Written byCharles A. Wallace
Directed byTed Post
StarringClint Walker
Music byGeorge Duning
Country of originUnited States
Original languageEnglish
ProducerAaron Spelling
CinematographyJohn M. Stephens
(as John Stephens)
EditorArt Seid
Running time74 minutes
Production companiesABC Circle Films
Aaron Spelling Productions
Original release
ReleaseMarch 2, 1971 (1971-03-02)

Yuma is a 1971 American Western television film directed by Ted Post and starring Clint Walker in the lead role. It was shot in Old Tucson. The film was originally a television pilot that appeared on the ABC Movie of the Week.[1]


Dave Harmon (Clint Walker), a former lieutenant in the U.S. Army is sent to Yuma as the territory's new U.S. Marshal. His wife was raped, and son killed and the only description of the criminals responsible was they were wearing army uniforms. Harmon subsequently became a Marshal and took postings near several army posts to conduct his own investigation. Yuma is a city with an army post commanded by Major Lucas (Peter Mark Richman) and an Indian reservation nearby.

Harmon's first day has him immediately encounter two drunk criminals, the King brothers, who have just hijacked and robbed a stagecoach outside of town. Harmon sets about dealing with the brothers, arresting and jailing one for theft and killing the other in self-defense at the town saloon after provoking him into drawing his gun.

The second brother is subsequently shot in the back using a gun from the Marshal's office during a nighttime jail break organized by Sanders (Robert Phillips), a corrupt agent of the local freight company baron (Barry Sullivan), in an effort to get the third King brother, an honest cattleman (Morgan Woodward), to kill the Marshal.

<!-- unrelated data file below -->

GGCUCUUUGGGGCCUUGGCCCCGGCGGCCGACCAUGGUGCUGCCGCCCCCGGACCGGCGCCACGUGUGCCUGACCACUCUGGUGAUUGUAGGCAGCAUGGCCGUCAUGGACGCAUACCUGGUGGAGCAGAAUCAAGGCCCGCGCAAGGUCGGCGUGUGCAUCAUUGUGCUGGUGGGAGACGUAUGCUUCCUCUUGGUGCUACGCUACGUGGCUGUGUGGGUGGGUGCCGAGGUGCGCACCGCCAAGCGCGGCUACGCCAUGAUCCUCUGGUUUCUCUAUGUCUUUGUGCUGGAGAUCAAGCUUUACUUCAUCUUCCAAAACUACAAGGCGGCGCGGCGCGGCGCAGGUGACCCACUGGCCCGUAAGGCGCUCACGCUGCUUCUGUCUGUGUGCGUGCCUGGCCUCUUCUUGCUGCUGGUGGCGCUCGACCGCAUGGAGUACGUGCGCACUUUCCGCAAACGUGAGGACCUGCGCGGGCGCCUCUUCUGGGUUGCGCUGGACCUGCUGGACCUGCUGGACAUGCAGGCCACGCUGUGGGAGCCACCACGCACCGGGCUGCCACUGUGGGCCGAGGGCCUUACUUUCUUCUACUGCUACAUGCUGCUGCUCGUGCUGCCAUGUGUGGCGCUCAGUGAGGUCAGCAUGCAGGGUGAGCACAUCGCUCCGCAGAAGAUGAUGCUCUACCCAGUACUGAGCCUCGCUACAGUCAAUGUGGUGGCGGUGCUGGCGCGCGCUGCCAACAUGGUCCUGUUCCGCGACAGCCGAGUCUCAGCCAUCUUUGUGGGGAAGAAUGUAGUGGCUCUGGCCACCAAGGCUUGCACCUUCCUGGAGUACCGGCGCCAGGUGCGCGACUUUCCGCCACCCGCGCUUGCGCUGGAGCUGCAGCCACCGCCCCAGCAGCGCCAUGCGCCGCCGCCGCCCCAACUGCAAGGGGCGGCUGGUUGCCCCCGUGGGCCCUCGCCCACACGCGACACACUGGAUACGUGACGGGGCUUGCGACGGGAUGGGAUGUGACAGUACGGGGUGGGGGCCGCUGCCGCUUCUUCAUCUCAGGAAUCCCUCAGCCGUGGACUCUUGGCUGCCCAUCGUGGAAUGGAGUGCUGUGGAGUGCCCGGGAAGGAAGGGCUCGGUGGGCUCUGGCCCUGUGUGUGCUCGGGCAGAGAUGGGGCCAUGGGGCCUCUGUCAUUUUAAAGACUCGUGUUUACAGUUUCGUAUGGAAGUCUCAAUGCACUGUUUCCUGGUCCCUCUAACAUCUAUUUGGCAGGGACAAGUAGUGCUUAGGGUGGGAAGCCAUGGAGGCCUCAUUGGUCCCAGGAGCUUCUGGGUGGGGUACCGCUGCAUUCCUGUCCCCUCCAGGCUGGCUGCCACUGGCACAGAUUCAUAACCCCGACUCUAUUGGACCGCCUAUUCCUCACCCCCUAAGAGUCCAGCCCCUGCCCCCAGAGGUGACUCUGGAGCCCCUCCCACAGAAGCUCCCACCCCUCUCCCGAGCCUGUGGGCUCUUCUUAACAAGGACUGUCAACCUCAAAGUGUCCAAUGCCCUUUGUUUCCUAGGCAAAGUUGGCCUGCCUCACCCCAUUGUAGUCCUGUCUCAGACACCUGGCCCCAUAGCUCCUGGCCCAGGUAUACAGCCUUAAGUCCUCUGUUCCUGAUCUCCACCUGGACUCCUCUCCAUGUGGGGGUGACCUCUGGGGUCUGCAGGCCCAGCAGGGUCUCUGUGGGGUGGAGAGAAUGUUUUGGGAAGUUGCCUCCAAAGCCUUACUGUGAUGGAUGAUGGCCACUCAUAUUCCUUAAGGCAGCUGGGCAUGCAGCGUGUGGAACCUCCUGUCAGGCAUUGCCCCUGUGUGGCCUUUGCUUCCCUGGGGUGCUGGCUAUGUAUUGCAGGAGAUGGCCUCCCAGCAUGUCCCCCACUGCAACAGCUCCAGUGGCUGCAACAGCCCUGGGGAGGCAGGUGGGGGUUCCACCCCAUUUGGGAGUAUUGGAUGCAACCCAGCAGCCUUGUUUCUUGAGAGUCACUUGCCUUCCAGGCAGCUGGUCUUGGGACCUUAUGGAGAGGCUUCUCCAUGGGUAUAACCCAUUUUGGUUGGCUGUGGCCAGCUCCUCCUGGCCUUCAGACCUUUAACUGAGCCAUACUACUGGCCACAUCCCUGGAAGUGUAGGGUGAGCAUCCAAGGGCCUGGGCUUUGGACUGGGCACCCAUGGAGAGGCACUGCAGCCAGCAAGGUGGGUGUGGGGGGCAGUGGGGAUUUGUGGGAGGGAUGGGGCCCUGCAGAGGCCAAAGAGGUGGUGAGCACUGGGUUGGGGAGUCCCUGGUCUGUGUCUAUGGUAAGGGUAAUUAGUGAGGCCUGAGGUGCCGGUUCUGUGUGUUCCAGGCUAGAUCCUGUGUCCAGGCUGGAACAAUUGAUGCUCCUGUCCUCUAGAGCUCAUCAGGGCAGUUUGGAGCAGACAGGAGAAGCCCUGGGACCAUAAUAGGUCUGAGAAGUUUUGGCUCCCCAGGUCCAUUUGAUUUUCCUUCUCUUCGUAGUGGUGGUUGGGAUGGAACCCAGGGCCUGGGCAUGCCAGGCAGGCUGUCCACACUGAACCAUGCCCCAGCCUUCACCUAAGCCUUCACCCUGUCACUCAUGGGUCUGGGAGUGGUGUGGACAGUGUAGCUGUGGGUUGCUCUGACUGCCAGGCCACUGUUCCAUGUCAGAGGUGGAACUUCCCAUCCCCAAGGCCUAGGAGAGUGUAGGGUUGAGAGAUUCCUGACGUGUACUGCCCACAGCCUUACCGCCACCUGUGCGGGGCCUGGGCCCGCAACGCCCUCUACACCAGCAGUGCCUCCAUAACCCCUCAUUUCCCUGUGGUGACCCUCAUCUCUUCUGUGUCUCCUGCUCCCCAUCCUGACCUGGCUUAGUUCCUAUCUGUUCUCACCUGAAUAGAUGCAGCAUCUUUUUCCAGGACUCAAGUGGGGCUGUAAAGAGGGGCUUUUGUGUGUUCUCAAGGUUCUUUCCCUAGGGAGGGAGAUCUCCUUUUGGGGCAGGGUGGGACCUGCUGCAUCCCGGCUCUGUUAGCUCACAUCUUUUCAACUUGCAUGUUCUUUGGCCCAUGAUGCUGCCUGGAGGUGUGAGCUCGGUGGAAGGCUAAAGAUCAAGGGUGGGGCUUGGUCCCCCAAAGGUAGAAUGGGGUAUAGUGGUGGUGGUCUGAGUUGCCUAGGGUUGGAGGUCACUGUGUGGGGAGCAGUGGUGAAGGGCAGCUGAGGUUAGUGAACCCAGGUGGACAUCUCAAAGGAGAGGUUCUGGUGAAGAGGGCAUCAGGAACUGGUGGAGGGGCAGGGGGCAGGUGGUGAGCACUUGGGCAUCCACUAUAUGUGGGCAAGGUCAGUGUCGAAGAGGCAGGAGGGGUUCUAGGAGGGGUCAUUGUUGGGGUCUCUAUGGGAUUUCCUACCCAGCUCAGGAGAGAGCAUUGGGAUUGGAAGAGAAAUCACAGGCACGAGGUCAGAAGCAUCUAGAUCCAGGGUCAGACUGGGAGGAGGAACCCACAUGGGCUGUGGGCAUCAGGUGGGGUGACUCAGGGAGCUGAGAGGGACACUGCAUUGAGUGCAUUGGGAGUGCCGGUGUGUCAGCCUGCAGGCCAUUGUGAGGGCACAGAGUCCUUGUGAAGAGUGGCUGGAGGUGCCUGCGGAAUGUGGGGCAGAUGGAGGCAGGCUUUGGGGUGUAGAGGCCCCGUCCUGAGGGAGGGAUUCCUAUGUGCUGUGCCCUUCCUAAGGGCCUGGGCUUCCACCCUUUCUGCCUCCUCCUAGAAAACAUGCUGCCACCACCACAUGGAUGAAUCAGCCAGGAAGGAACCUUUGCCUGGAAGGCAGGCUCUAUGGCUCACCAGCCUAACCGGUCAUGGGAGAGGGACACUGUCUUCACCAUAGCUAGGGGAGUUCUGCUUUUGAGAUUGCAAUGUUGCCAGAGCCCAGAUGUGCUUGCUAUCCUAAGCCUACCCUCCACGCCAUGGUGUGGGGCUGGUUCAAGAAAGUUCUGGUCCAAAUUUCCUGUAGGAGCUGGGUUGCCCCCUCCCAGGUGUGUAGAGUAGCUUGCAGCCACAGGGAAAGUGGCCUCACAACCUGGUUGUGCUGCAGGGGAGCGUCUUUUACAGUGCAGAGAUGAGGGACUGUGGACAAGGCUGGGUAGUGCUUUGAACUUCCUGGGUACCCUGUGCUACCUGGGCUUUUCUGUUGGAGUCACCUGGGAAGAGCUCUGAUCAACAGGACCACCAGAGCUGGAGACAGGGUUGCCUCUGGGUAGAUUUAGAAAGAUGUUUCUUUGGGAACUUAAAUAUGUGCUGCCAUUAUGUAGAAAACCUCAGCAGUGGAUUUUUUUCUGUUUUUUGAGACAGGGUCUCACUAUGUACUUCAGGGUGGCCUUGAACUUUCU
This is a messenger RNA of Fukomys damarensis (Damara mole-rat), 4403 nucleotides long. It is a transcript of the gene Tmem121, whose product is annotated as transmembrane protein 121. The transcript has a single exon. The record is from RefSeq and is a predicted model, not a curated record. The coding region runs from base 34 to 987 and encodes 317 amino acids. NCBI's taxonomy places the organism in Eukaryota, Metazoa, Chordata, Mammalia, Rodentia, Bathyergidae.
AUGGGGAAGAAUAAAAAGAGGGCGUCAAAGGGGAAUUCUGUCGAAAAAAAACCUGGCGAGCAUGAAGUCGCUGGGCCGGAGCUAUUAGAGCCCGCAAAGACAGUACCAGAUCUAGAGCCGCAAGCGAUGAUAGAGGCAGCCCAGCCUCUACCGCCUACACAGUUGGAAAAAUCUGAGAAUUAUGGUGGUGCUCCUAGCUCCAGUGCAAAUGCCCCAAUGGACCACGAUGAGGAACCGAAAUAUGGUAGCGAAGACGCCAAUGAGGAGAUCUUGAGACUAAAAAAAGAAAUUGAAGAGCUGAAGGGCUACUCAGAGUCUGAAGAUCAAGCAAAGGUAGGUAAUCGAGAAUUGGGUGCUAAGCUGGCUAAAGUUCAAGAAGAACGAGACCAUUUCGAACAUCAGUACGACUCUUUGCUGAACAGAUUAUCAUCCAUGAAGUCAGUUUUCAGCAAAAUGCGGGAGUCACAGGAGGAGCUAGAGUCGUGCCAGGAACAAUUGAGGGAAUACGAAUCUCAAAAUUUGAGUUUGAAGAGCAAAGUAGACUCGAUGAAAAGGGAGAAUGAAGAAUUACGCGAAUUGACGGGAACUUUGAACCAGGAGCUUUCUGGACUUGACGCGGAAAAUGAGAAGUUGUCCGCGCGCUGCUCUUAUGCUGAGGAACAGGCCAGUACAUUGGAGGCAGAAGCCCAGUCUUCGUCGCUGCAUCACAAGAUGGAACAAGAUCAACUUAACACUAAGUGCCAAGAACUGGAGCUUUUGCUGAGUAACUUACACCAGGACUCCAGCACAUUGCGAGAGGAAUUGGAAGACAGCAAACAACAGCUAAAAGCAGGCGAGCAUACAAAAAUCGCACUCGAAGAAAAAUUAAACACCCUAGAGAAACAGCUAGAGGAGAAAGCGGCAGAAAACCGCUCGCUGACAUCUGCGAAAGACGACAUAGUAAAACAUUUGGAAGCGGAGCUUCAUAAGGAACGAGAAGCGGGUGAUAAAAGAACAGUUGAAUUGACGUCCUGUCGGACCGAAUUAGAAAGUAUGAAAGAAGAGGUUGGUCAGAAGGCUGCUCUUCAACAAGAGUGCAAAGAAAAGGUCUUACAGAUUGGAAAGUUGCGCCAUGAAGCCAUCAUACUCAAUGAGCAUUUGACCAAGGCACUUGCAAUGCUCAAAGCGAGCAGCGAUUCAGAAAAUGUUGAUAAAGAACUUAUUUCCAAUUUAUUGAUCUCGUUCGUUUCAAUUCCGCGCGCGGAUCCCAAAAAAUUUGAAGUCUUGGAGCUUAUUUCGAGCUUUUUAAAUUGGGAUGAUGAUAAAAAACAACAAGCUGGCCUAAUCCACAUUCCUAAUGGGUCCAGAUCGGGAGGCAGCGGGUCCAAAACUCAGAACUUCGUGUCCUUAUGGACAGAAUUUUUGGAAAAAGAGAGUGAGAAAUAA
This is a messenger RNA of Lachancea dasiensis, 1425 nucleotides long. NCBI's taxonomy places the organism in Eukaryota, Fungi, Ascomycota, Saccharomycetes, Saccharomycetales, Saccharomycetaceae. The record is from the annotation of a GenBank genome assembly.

The murderer also has the Major's subordinate, Captain White (John Kerr), assist him to the crime, as the freight owner, Sanders, and the Captain are all involved in an ongoing scheme to defraud the Indians out of cattle they need for food that is due them in accordance with a treaty.

The only witness to the break-in is Andres, a Mexican orphan boy that had earlier been taken in by Harmon. He was asleep on the floor in the jail when awoken by the noise of the break-in but only manages to see the boots of the killers - one pair being the distinct U.S. Cavalry boots worn by Captain White (this clue would later give Harmon the lead to investigate at the nearby army post).

The third King brother rides into town and demands justice. He gives Harmon time to find the murderer but promises to take his vengeance if he fails. Harmon, showing no fear, but only a desire to do his official duty, sets out to find the killer and unravel the related corruption involving the Indians, who also threaten to revolt, but come to his assistance as the story unfolds.



  1. ^ pp. 48-49 Karol, Michael The ABC Movie of the Week Companion: A Loving Tribute to the Classic Series iUniverse, 2008
Films directed by Ted Post